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Home / Browse / Keo (Lonoke County)
Latitude and Longitude:
4.696 square miles (2010 Census)
256 (2010 Census)
March 17, 1916
Historical Population as per the U.S. Census:
Keo is a town in southern Lonoke County. It is located on U.S. Highway 165 between Scott (Pulaski and Lonoke counties) and England (Lonoke County).
The region around Keo has long been inhabited, as is demonstrated by the town’s proximity to the Toltec Mounds. White settlers gradually moved into the area during territorial times and early statehood. The Dunham family and Cobb family were two of the region’s main property owners following the Civil War. Lafayette Cobb, who moved to the area in 1873, owned a general store. Established in his store in 1880, the post office was variously called Cobb Settlement and Cobbs. Cobb was also justice of the peace in that part of Lonoke County. Six cotton gins operated seasonally near Cobb Settlement.
In 1887 and 1888, the St. Louis, Arkansas and Texas Railway created a line connecting Altheimer (Jefferson County) to Argenta—now North Little Rock (Pulaski County). The line passed one mile south of Cobb Settlement. As was the case with many other communities in Arkansas, citizens of the settlement moved their homes and businesses to be near the railroad. As early as 1884, the Southwestern Improvement Association was selling lots along the projected rail line. The new community was named Keo in honor of Keo Dooley, the daughter of Judge P. C. Dooley, who was another prominent landowner in the late nineteenth century. Keo’s post office opened in 1889. The railroad later became part of the St. Louis Southwestern Railway, known also as the Cotton Belt. The Cobb Settlement post office closed in 1916.
Cobb opened a second general store in Keo, and soon the community had seven general stores, two blacksmiths, a sawmill and shingle factory, a bank, a schoolhouse, several cotton gins, a restaurant, a hotel, a real estate office, a drugstore, a feed stable, several butchers, a Baptist church, and several doctors. The town was incorporated in 1916.
Fires destroyed many of the buildings in Keo in 1913 and 1926. In 1927, floodwaters approached the town but did not cause damage within its borders. Many refugees from the surrounding farms took shelter on the grounds of the public school during the Flood of 1927.
Keo gained some notoriety in 1892 when Hamp Biscoe, his wife, and their thirteen-year-old son were murdered in their home following a dispute with a neighbor. The town received further negative publicity in 1910 when Frank Pride and Laura Mitchell, both African Americans, were lynched by a mob of African Americans after the couple was accused of murdering Pride’s wife and Mitchell’s husband. Pride and Mitchell were being transported to Lonoke (Lonoke County) following their arraignment in Keo when they were lynched.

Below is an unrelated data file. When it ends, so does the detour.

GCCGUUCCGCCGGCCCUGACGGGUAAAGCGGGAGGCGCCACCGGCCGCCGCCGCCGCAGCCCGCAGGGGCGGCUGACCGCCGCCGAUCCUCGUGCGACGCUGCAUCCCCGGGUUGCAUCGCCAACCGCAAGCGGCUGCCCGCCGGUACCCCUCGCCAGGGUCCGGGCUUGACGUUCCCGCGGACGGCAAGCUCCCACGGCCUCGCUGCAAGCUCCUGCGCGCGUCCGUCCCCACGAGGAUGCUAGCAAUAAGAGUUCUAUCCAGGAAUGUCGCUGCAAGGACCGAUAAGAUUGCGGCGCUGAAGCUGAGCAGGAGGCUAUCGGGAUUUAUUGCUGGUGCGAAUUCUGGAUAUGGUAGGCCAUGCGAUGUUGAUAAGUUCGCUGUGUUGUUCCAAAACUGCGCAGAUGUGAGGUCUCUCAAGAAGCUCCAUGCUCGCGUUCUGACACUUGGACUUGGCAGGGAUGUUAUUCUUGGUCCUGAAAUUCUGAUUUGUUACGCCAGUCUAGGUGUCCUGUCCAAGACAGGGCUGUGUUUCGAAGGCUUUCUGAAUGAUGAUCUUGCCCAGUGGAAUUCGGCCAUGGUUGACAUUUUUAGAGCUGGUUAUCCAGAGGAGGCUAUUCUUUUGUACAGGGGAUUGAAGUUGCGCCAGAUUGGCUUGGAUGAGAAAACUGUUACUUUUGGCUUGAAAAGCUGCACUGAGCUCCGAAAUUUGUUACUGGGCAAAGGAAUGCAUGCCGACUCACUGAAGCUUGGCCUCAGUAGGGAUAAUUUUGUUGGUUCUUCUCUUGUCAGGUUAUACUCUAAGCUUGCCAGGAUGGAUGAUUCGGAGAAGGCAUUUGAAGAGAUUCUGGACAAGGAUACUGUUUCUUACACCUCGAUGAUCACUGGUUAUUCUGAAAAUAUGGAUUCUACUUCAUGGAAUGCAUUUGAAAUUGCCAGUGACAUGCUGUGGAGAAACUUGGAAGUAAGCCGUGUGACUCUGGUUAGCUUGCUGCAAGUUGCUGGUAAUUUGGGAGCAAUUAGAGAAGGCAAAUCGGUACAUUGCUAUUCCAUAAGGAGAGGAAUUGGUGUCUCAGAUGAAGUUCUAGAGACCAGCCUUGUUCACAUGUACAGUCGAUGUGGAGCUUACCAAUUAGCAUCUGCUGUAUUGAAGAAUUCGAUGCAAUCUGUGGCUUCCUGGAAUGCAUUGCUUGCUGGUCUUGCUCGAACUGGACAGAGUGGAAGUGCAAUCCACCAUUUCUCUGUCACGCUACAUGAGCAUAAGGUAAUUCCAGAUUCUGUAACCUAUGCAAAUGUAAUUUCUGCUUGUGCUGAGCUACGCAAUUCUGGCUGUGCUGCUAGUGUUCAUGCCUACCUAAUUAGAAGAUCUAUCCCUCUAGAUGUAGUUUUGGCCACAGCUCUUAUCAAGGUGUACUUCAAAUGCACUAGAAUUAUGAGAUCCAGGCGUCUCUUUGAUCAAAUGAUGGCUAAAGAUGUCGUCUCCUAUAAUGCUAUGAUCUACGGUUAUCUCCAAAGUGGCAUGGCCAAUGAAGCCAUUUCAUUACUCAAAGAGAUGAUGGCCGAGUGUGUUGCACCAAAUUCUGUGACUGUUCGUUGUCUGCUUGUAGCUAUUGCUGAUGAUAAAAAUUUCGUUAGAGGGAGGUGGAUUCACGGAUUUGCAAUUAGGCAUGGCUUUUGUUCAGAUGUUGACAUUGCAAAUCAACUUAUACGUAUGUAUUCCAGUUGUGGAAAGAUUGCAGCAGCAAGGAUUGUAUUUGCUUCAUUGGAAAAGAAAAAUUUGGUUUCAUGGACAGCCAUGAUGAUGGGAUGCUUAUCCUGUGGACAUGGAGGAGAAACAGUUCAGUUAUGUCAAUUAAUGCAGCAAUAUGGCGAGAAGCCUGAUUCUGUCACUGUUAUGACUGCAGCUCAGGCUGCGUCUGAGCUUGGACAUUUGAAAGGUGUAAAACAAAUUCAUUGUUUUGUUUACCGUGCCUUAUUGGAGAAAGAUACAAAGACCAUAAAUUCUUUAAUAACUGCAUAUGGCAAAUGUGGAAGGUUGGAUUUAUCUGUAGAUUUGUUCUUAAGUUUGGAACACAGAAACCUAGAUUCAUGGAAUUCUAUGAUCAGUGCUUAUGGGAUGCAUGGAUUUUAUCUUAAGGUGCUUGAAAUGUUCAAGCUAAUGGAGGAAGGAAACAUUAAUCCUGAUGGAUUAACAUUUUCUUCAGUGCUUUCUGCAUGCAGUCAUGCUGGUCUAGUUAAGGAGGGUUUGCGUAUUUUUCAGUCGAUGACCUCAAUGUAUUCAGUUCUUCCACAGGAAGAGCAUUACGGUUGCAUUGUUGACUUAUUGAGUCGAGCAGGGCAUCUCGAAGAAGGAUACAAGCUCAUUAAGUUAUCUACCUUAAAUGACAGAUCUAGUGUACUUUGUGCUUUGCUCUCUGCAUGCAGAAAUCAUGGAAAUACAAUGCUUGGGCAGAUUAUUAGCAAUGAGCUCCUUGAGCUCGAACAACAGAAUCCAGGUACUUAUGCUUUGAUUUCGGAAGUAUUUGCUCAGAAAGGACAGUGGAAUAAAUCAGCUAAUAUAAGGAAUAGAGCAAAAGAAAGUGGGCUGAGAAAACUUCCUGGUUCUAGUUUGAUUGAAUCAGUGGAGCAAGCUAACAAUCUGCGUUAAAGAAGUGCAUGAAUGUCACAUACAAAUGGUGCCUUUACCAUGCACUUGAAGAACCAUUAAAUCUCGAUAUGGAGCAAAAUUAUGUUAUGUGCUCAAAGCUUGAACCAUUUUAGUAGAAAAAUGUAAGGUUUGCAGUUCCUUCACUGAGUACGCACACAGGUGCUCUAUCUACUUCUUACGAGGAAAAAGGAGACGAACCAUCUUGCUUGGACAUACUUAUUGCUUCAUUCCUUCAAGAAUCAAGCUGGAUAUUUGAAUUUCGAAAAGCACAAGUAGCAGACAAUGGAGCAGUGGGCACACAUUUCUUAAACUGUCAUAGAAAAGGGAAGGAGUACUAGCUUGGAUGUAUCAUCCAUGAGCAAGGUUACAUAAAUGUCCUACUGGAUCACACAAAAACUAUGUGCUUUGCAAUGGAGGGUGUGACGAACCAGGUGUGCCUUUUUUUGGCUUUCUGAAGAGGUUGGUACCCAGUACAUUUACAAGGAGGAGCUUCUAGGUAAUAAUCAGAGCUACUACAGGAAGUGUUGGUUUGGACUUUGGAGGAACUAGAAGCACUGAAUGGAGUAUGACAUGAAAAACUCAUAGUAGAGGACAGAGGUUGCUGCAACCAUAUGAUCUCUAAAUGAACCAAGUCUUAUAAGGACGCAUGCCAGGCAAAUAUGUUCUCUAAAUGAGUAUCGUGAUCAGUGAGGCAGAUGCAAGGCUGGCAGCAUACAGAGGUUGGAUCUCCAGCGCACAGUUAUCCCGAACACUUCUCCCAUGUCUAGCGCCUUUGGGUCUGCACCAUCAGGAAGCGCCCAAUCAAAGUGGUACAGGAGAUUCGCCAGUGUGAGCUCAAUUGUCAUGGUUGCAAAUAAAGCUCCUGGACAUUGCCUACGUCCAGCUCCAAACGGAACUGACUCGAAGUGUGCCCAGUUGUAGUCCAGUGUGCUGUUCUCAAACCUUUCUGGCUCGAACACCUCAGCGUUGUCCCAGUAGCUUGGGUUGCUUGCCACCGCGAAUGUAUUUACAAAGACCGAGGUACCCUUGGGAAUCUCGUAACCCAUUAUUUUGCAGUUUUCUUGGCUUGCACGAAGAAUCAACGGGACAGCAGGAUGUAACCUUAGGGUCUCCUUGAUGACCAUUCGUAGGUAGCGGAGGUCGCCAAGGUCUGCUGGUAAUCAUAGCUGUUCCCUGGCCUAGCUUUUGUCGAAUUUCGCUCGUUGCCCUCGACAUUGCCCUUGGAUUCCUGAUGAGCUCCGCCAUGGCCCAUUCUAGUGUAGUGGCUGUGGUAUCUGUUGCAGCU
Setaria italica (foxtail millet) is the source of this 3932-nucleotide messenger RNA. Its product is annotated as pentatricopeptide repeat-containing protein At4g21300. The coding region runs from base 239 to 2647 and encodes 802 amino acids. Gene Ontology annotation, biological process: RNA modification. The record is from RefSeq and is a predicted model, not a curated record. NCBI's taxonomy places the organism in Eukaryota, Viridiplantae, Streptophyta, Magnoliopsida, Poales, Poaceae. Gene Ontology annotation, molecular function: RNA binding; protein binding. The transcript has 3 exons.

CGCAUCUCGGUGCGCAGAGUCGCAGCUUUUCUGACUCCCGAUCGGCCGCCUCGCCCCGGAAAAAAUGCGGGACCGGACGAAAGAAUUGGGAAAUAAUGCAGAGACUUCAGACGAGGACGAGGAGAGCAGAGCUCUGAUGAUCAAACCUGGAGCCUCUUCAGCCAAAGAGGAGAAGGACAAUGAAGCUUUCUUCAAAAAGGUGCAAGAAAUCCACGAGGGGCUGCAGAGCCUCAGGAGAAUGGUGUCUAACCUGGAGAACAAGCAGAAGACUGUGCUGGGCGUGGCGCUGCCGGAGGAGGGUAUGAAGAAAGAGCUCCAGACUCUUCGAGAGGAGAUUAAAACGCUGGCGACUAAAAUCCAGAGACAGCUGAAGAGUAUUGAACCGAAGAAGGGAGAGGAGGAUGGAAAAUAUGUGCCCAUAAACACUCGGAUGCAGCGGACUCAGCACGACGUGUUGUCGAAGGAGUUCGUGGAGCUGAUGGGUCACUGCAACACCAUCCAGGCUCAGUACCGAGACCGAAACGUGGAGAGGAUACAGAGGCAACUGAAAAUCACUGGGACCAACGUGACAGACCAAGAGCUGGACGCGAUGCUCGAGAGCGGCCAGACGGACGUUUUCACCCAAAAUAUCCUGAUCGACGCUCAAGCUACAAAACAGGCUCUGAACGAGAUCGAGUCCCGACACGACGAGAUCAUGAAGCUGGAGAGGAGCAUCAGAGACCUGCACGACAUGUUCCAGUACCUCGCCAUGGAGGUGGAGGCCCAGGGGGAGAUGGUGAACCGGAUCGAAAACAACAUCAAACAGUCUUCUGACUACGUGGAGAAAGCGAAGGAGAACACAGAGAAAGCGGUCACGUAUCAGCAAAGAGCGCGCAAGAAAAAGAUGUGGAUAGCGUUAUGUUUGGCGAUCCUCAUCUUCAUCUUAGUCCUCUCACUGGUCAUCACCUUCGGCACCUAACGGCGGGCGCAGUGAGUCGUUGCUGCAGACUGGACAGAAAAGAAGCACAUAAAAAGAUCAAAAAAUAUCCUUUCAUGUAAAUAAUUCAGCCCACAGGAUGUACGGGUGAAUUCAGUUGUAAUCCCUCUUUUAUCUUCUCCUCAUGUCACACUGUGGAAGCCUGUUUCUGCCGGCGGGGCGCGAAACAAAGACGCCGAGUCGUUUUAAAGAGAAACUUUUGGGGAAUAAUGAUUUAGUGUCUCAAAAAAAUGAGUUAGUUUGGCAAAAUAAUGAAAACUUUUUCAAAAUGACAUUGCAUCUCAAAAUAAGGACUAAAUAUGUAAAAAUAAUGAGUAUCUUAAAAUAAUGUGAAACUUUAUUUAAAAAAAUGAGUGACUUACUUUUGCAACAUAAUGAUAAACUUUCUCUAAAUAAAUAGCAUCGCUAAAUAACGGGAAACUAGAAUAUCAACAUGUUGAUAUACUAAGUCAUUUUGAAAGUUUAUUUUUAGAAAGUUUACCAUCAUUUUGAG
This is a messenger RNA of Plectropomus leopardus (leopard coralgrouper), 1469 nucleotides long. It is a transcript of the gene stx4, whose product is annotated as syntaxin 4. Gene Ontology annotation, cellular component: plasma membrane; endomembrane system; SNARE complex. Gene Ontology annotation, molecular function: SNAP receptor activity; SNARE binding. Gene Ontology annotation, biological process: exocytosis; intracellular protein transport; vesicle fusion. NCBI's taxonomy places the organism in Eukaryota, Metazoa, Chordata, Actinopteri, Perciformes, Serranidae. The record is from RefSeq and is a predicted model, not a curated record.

In 1926, Arkansas established its first highway system. Arkansas Highway 11 passed through Keo on a route parallel to the railroad. The highway later became U.S. Highway 165.
Keo weathered the Depression, but after the middle of the twentieth century, the cotton crop began to lose its luster. The Morris and Moren cotton gin closed in the mid-1960s, and another gin closed around 1970. Although the Cobb cotton gin continued to be used into the twenty-first century, it ceased operating in 2008. The gin still exists, although much of its property was destroyed by fire after a gasoline truck ran off the road, creating a blaze.
The movie Shotgun Stories—written and directed by Little Rock (Pulaski County) native Jeff Nichols and released in 2007—was partly filmed in the Keo area in 2005. On June 15, 2011, the Keo Commercial Historic District (which includes Charlotte’s Eats & Sweets and Morris’ Antiques) was added to the National Register of Historic Places. The population of Keo in 2010 was 256, with 197 white citizens and forty-four African-American citizens.
For additional information:City of Keo, Arkansas. http://www.keoar.com/site/default.asp?sec_id=180013860 (accessed February 9, 2016).
Hope, Holly. “Keo Commercial Historic District.” National Register of Historic Places nomination form, 2011. On file at Arkansas Historic Preservation Program, Little Rock, Arkansas. Online at http://www.arkansaspreservation.com/National-Register-Listings/PDF/LN0239.nr.pdf (accessed February 9, 2016).
McGraw, Shirley, and Carol Bevis. Lonoke County, Arkansas, A Pictorial History. Virginia Beach: Donning Company, 1998.
Steven Teske Butler Center for Arkansas Studies
Last Updated 12/20/2016
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